As a brumby lover – and owner – Beate Sommer believes that the brumby is an Australian icon and should be protected.
When I heard on the news that the government plans to reduce the Kosciuszko Brumbies (Australian wild horses) from 6000 to 600 over the next 20 years I was seriously alarmed.
Being an animal lover in general and a horse lover in particular, having spent time with Mustangs (American wild horses) and being aware of the conflicts surrounding their management in the US, as well as owning two Australian Brumbies I thought I knew where I stood on the Brumby issue. Of course I was going to sign the petition against the government’s Draft Wild Horse Management Plan.
Memories came back of the horror of the arial shooting of Brumbies in 2000, which left so many of them injured and needlessly suffering to death. Over the past 10 years I’ve noticed more Brumbies in my travels. Brumbies have been culled via passive trapping and many people – though still not enough – have chosen to adopt one or more, including myself.
Brumbies are fabulous horses. They are strong and healthy and make wonderful companions suitable to just about any discipline be it trailriding, pony club or equine therapy. Brumbies are sensitive, intelligent, have a superb memory and are highly trainable. In my experience the bond you can create with a Brumby is deep and special. My two Brumbies are part of my four-legged healing team.
I can easily think of a multitude of reasons why the Australian Brumby should be protected and I am appalled at the hypocrisy of a government claiming the wild horses are causing serious environmental damage when it is the same people who support open cut mining and coal seam gas which are without a doubt a much greater threat to the environment than Brumbies will ever be.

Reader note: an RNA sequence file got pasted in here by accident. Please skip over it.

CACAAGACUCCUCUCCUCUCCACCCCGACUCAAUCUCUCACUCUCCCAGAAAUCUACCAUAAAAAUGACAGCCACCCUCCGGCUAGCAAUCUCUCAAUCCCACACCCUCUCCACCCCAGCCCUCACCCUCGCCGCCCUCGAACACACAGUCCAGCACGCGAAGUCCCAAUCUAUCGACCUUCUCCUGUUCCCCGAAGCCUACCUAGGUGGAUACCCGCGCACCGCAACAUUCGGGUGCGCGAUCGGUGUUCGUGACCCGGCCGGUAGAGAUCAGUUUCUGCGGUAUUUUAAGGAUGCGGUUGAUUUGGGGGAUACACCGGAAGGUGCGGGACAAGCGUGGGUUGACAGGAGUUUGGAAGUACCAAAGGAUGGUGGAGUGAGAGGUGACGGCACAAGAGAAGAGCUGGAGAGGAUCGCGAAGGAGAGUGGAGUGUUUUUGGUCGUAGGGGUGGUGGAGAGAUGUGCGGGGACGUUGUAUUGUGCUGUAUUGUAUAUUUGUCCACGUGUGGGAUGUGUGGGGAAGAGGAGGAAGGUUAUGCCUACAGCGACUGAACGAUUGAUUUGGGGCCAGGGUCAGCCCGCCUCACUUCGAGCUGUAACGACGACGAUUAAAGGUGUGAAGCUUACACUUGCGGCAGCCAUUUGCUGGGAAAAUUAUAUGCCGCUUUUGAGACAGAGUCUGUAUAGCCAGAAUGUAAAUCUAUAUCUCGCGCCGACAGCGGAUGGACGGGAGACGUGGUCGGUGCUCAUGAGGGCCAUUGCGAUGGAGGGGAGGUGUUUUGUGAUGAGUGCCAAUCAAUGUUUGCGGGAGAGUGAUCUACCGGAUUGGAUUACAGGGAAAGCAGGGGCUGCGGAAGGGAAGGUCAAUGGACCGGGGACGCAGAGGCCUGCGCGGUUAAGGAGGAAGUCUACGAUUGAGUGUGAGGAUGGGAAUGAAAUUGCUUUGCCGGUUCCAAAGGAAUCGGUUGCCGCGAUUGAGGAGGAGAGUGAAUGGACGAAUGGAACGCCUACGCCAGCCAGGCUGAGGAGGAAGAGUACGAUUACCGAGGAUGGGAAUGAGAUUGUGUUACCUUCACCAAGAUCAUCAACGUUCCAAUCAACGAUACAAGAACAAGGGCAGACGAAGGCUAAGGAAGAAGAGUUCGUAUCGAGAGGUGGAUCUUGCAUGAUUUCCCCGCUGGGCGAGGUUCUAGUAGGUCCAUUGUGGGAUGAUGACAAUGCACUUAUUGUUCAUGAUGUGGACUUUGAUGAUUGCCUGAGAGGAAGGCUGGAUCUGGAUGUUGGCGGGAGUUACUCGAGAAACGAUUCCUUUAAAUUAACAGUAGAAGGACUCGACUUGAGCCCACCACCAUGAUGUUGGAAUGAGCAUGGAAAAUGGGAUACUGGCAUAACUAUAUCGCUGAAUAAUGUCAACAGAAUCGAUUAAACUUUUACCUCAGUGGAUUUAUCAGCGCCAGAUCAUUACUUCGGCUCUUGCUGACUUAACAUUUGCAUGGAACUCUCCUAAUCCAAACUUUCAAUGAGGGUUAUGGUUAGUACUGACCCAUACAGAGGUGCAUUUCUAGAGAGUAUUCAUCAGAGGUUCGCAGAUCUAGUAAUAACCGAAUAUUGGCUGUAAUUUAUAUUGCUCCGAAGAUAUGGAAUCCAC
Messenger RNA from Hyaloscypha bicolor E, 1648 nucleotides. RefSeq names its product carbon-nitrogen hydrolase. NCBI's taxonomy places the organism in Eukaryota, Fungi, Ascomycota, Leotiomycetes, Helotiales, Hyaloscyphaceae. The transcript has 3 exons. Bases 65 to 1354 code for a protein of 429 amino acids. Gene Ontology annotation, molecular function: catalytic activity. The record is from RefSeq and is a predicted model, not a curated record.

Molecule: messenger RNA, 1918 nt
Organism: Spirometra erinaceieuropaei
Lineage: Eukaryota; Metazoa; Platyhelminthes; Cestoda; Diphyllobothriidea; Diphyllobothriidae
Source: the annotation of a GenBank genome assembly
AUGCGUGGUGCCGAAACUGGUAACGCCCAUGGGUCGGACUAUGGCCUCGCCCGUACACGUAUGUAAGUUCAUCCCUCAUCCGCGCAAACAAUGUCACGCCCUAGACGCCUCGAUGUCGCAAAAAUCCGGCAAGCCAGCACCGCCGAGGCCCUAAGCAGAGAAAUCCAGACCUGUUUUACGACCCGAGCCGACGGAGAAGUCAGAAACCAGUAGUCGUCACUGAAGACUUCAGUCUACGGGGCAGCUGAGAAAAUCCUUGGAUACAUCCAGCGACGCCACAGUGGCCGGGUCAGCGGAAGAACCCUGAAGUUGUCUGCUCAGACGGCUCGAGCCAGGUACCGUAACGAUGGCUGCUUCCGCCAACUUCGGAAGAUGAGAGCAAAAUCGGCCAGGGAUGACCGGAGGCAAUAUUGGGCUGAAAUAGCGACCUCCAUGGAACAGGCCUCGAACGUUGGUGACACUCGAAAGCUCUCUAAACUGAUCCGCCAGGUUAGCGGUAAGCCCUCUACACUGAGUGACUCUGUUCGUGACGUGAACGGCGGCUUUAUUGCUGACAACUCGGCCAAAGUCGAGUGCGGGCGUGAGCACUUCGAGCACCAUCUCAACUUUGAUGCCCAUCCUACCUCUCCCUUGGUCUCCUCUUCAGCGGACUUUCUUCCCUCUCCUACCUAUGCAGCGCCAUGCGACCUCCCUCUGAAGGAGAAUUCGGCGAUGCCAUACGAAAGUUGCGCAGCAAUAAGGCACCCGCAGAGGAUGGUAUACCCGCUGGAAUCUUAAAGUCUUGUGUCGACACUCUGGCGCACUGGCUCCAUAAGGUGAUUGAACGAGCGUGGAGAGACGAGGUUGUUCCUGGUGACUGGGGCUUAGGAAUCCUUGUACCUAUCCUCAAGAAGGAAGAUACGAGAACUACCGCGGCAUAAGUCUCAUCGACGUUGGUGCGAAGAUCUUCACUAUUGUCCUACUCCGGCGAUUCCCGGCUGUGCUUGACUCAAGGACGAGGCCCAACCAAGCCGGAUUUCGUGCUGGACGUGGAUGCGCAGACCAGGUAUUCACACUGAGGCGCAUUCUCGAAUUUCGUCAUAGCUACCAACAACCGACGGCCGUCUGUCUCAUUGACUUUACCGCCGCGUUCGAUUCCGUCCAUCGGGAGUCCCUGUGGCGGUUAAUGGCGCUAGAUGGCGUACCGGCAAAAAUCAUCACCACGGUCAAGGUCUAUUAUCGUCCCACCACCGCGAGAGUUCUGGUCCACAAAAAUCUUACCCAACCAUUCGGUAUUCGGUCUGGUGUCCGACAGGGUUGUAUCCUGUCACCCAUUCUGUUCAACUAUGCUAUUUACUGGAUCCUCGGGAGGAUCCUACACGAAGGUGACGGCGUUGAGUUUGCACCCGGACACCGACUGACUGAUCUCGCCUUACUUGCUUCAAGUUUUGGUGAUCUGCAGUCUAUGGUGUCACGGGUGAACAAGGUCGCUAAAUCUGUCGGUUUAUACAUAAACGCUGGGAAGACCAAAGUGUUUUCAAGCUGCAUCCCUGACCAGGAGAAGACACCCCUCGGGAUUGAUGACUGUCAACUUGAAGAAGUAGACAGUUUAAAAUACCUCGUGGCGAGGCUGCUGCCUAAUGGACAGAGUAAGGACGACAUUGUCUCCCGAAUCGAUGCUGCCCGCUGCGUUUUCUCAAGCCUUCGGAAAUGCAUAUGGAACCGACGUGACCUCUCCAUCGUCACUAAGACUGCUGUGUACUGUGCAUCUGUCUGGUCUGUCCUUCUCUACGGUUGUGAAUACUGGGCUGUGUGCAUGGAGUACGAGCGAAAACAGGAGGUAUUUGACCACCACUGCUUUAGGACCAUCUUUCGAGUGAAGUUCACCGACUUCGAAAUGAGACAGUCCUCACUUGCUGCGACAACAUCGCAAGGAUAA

However, even though I am for the Brumby I don’t necessarily want to write against the proposed Draft Wild Horse Management Plan. There has been a lot of overly-dramatic comments on Facebook and it occurred to me one day how many of the people complaining had actually read all 52 pages of the plan? When I started reading it I thought there were some points that made sense.
So now the camps are divided. You’re either for or against and discussions can get quite heated. I was part of such a discussion not long ago and came face to face with a woman who spoke in favour of decimating the entire Brumby population. She took an extreme view but she also said: ”We only hear what we want to hear,” and Somehow I couldn’t argue with that. I think that is quite an accurate observation of most of us and I immediately gathered that it is all the more reason to listen to one another. If we listen to each other we can fill in the gaps and get the full story, and what it means to us. What I didn’t hear may be what you did hear. What I heard could be useful to you in making an informed decision. It is not necessary to agree. It could be just one small piece of information that widens our horizon.